Cruelty to animals is illegal in Georgia, as it is across the country. The state’s animal protection laws include restrictions on pet dealers and animal shelters, as well as mistreatment by the animals’ owners. Below, we’ve summarized the most important laws that pet owners and animal lovers should know about.
Animal Abuse and Neglect
In Georgia, animal cruelty includes:
- causing physical pain, suffering, or death without justification, through either an action or an omission; or
- not giving enough food, water, sanitary conditions, or ventilation to an animal that you own or control.
Animal cruelty is generally a misdemeanor, but it’s a felony if you had a previous conviction for the same crime or you committed aggravated animal cruelty by maliciously killing, torturing, maiming, or poisoning an animal, or depriving it of adequate food, water, and other necessities. (Ga. Code § 16-12-4.)
State law spells out the procedures and requirements when authorities impound mistreated pets, including notice to the owner and an agency hearing on the matter. (Ga. Code §§ 4-11-9.2-4-11-9.6.)
It’s a misdemeanor for anyone to abandon a domestic animal in Georgia. (Ga. Code § 4-11-15.1.)
Exceptions to Animal Protection Laws
Georgia’s animal protection laws don’t apply to scientific experiments conducted at accredited academic or research facilities. The state also exempts a wide range of activities from its prohibitions on animal cruelty, including:
- killing or injuring an animal when necessary to defend against an immediate threat of property damage or injury to another animal or a human
- a landowner’s actions to protect property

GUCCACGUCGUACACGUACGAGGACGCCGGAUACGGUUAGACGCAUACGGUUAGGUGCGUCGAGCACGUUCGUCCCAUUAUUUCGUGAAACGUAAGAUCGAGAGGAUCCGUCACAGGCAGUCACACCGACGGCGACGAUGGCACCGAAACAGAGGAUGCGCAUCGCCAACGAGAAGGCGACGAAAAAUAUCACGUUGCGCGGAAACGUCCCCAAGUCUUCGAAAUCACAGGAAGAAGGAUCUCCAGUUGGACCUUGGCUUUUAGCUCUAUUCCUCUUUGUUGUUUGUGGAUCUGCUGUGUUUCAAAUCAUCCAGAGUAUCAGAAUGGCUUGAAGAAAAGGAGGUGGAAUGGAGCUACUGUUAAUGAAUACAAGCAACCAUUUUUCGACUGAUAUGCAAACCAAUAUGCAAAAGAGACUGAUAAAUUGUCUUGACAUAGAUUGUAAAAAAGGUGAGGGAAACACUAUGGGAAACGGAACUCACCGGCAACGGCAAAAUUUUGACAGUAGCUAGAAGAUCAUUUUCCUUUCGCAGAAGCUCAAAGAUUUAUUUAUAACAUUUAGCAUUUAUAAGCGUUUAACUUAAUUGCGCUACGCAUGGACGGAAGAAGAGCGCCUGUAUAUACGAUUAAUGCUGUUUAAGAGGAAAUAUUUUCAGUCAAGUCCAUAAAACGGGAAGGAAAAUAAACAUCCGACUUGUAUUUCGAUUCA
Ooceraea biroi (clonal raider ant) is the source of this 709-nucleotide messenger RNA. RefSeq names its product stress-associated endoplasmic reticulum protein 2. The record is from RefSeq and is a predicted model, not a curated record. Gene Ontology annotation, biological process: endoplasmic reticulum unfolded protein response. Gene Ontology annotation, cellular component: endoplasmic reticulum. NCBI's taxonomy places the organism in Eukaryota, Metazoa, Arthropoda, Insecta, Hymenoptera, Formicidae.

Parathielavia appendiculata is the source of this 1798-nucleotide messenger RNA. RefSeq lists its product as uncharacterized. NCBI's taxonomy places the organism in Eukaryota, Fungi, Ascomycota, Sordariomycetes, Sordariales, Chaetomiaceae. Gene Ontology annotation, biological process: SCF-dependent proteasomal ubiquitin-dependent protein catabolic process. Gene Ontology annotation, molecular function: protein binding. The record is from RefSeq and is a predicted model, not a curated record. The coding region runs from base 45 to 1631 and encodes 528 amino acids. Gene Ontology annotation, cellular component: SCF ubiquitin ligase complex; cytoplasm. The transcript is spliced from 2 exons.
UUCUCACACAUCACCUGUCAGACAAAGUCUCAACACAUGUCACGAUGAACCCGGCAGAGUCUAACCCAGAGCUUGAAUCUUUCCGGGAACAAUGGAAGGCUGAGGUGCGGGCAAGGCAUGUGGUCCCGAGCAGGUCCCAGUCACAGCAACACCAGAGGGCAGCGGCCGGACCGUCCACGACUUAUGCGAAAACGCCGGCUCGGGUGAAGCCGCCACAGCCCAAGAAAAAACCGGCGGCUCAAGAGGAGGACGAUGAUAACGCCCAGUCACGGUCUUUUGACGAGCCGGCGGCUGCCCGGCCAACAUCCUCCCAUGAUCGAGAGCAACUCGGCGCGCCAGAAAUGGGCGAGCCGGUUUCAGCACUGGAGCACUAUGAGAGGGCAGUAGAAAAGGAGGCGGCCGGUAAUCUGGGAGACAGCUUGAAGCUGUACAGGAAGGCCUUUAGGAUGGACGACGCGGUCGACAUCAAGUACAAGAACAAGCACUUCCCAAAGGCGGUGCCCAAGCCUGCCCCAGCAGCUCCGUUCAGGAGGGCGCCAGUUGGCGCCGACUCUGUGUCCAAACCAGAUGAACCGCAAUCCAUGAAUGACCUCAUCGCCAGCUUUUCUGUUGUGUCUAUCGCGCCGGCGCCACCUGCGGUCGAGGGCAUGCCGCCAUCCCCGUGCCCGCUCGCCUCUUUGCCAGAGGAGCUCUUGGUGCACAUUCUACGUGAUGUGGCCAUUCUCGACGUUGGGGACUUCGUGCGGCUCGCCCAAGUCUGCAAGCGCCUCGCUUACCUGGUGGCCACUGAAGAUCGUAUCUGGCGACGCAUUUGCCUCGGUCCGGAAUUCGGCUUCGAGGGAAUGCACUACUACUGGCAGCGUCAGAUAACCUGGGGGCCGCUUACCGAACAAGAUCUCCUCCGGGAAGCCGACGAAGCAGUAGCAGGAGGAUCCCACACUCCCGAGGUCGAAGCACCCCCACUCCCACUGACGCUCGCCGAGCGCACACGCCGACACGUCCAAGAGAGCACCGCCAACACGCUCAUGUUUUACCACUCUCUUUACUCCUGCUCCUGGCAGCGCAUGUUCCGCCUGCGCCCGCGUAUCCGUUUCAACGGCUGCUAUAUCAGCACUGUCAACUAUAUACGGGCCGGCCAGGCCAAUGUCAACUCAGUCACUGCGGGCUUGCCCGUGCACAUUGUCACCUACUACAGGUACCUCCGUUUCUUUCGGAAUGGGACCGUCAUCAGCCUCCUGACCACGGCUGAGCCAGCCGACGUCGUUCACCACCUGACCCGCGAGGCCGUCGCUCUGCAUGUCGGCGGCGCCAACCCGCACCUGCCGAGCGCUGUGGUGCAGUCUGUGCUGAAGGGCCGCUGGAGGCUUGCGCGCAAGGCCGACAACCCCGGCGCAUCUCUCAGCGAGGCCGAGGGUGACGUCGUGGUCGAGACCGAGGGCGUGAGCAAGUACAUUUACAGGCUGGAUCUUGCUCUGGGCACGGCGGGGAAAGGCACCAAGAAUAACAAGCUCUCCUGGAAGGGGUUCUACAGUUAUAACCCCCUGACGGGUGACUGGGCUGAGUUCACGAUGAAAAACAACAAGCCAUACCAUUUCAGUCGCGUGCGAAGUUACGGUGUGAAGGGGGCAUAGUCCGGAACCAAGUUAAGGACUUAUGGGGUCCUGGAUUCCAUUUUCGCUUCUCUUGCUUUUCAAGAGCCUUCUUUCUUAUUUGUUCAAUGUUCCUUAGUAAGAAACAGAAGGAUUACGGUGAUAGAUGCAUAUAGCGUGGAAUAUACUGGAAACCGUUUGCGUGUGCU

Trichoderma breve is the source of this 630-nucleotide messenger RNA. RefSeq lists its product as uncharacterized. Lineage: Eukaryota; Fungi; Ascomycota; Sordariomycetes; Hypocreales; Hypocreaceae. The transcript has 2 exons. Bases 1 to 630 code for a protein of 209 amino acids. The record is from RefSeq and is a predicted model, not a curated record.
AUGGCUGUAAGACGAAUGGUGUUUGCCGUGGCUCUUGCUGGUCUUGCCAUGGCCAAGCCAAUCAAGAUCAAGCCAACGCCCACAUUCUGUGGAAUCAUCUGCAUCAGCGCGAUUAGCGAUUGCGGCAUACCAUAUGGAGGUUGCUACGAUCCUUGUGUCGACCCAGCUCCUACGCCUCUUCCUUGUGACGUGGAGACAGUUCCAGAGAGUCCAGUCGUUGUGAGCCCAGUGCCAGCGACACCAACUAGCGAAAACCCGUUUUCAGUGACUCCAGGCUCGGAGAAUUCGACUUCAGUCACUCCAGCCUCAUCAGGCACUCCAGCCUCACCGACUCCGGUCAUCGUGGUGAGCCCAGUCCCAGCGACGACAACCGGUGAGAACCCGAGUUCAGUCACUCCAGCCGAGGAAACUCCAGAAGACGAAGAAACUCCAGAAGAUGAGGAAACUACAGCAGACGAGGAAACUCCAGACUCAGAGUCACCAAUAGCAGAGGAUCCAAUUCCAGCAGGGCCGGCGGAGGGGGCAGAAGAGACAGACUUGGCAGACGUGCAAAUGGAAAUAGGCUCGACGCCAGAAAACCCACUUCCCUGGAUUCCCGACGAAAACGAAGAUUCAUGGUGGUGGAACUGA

- legal hunting, trapping, or fishing
- animal husbandry, and
- food processing.
(Ga. Code §§ 4-11-9.2(e), 16-12-4(g)-(h).)
It’s a felony in Georgia to participate in dogfighting, from owning or training the dogs to betting on a fight. However, a first conviction for being a spectator at a dogfight is a high-level misdemeanor. (Ga. Code § 16-12-37.)
Speaking With a Lawyer
If you’ve been accused of animal cruelty—or you’re worried about possible charges—it’s a good idea to speak with a criminal defense lawyer as soon as possible. An attorney experienced in this area should be able to explain:
- details on relevant state laws
- how local authorities tend to interpret those laws
- ordinances in your local community that may apply to your situation
- how you might recover your pet if authorities have already taken it, and
- any defense you might have to criminal charges.
Other questions you might have for a lawyer include:
- My neighbor keeps his dog chained up outside all day in the hot sun. The animal is clearly suffering and chews its own skin from the stress. I’ve complained to the police and animal control officials, but no one will take any action. Would it be illegal for me to rescue the dog?
- Could I be charged with neglecting or abusing my cat because I don’t have the money for expensive vet treatment?
- A neighbor’s dog dug a hole under my fence and got into rat poison in my yard. Now the neighbor is threatening to press charges and/or sue me for poisoning the dog, because I should’ve known it could get in my yard. Can I be liable?